Well, it involves violence to another human being. To say simply that politicians and therefore lawmakers, and therefore the law, ought to stay out of a topic means to suggest that it’s somehow beyond the reach of the law.

If we have reached – if we ever do reach – the point where we can’t say no human being can kill another human being, we’ve got really, really big problems.

So, we’re not talking here about an exam room; we’re not talking about procedures designed to promote, to heal, to prolong life. We’re talking about a procedure to end life.

This is itself not a bill that talks about the appropriateness or lack thereof of elective abortion. This simply says that given how many Americans feel about this, as many of us in this very room feel about abortion, we shouldn’t be subsidizing it and we shouldn’t be pretending that it’s something that it is not.

Finally, let me remind this body, and anyone who may be watching from outside this body, that of the legislation we voted on this week, one of those pieces of legislation didn’t even involve abortion at all. It didn’t regulate any facet of abortion. It dealt only indirectly with the topic of abortion, but had nothing to do with the performance or availability of an abortion itself.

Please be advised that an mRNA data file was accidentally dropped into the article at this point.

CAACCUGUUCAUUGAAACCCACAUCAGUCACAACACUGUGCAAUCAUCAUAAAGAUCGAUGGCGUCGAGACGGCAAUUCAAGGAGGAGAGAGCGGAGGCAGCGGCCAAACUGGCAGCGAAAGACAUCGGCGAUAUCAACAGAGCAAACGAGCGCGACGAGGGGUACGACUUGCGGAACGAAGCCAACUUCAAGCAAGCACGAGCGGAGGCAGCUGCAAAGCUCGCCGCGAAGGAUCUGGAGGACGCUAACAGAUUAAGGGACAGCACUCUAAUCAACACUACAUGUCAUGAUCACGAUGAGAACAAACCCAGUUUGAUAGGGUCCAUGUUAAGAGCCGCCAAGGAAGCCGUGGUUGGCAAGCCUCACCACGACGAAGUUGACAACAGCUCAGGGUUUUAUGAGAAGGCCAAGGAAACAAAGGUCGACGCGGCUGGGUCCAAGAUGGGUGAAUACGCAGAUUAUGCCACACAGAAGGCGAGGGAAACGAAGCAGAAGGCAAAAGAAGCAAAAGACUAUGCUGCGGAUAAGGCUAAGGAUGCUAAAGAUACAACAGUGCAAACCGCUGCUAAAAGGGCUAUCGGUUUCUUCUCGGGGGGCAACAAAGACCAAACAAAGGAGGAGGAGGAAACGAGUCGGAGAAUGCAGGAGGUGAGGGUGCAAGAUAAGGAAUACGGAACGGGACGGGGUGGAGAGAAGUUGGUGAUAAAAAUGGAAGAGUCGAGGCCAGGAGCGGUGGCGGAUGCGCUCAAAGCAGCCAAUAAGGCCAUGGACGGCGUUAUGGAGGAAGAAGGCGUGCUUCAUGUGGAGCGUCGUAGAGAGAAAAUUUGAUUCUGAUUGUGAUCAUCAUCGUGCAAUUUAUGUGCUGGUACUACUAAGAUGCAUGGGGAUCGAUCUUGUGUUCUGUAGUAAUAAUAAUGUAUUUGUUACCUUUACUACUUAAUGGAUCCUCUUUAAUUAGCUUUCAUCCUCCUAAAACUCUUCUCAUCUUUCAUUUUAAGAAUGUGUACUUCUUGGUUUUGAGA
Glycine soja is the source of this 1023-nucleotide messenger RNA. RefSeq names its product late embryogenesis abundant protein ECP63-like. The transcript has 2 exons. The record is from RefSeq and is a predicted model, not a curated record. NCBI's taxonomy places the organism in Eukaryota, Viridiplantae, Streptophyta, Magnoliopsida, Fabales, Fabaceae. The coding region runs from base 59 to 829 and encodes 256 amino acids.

It simply said that when a baby is born following, or in the middle of, a failed attempt at an abortion, if that baby is born alive – if an abortion is attempted and that baby is born alive, notwithstanding the attempt by the abortionist to kill the baby – that baby shouldn’t simply be neglected.
In any other circumstance, to neglect a human being – particularly a vulnerable, brand-new, newborn baby, an infant – to neglect a baby and allow that baby to die of exposure, to not administer life-saving care or nutrition or sustenance to that baby; to neglect the baby and allow that baby to die of exposure – would be a crime. In some circumstances, it may well be murder; in others it would be a serious criminal form of deliberate child neglect.